Georges Lefebvre: Napoléon ISBN 978-2-84736-677-7 ⭐️⭐️⭐️⭐️ It is no coincidence that I devour biographies of political or religious leaders. I am trying to understand how such people’s minds work to grasp the awe-inspiring policy of people like Donald Trump or Boris Johnson. And it is no coincidence that I have read now a second biography of Napoleon Bonaparte, written by Georges Lefevbre back in 1936, with just as much pleasure and interest as I took in the work by Max Gallo. Napoleon Bonaparte’s political reforms had a profound impact on my home country’s destiny, and his personality – basically a cunning political adventurer seeming war for the benefit of the psycholigical kick – reminds me of some of today’s political leaders. This said, 2019 is the 250th anniversary of Bonaparte’s birth. That alone should be a reason to take a look at this extraordinary man.
When I speak about Bonaparte, I am more interested in the homo politicus than in the general. It is indisputed that he was a military innovator, a daring commander and an intellectual heavy-weight – despite strategic and tactical errors, despite the disaster in Russia and the lost battle of Waterloo. As for his political ambitions, now that is another story. As Lefebvre shows, Bonaparte’s decisions were often contradictory and at odds with his political goals, dictated by emotions, faciliated by an applauding ignorant crowd and a complying entourage. It is this facet of the man that reminds me of the appalling decisions made by Trump or Johnson. At the same time Bonaparte was a ruthless dictator, an enemy of democracy and hell-bent to break the law to increase his political power. He did not care about the public good, the interest of the nation, not even about even the legacy of the French Revolution of which he claimed to be a child. He was after power and glory, nothing else. His political career was about his ego, just as for Trump and Johnson.
While General Bonaparte seemed to be guided by reason and strict military logic, the Emperor Napoleon Bonaparte appears as quite a different man. In domestic affairs, the wish to consolidate the political power of the state institutions quickly gave way to Bonaparte’s desire to concentrate all the power in his person. In foreign affairs, calculated risk-taking gave way to recklessness, military caution to deliberate provocation. Just to give you an idea: In 1803, Bonaparte was far from ready to win a naval war with Great Britain. 43 French battle ships were operational, but 23 were still under construction. His government was almost broke, and the French people gladly had adjusted to a life in a pacified country on a pacified continent.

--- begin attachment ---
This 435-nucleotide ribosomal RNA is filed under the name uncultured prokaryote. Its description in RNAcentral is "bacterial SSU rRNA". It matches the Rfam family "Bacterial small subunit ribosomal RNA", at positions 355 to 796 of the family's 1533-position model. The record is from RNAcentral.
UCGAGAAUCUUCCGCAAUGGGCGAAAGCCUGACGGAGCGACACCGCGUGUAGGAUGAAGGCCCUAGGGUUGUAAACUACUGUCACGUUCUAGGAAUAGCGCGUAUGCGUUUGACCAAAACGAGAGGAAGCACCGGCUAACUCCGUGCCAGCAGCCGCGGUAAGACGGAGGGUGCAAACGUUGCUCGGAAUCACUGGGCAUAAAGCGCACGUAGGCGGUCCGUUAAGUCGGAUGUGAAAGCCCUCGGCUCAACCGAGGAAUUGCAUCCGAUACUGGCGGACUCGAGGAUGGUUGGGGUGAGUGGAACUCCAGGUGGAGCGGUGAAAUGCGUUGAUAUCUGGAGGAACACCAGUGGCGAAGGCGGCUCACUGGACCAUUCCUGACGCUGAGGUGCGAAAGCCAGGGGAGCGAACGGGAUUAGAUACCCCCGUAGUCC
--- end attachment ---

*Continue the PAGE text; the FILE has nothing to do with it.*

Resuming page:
Nevertheless Bonaparte treatened the British government’s interests by insinuating that he could invade once more Egypt and thus triggered a war he actually wanted to fight much later. Great Britain launched a preventive maritime campaign to deny France the command of the seas and cripple its overseas trade, while Great Britain’s allies Austria and Russia engaged France and its allies on the continent. Bonaparte engaged in a policy that could lead either to the subjugation of all Europe or his own fall. It was all or nothing. In the end France won this round, that is the third Coalitiin War – against all odds. And this victory encouraged Napoleon to push his luck further and further.
Whenever an adventure was looming at the horizon, Bonaparte could not resist. As a general he had to hold back his horses as he had superiors and political masters that defined policy goals and red lines. Once Bonaparte had secured the supreme political authority for himself, there were no more limits to his desire to cover himself with glory in a military campaign. He became addicted to success and to the veneration by his peers and by the crowds.
We should consider this evolution of a man when we try to evaluate the actions of Trump and Johnson. And we shouldn’t bet all our money on their early failure. I have deceived myself with the idea that Trump will shoot down Trump. He didn’t. He and Johnson may be lucky and win once or twice. That will be the moment to look out for and get ready for a new edition of Waterloo. Emboldened by initial success they may plot ever more adventurous schemes and ultimately fail, but only after having influcted a huge collateral damage on our societies.
Now a last word about the book: Lefebvre goes to great length to explain the rise an fall of Napoleon Bonaparte, the socio-economic conditions in post-revolutionary France, its fractured political landscape and the interests of the other European powers. He does it with much knowledge and an excellent pedagogical approach. His work, written more than 75 years ago, remains one of the landmarks in the field of research on the Napoleonic era. However, at times the author expects the reader to be himself an expert in French history. Many names, functions and technical terms go unexplained, and the editors of the modern edition would have been well-advised to add a glossary, a name index and a timeline of significant events.
In 1804 Ludwig van Beethoven’s Symphony No. 3 saw its premiere, and the composer had given it the title “Bonaparte”. But once Bonaparte had proclaimed himself Emperor of France, Beethoven lost any sympathies for the autocrat and renamed it “Eroica”: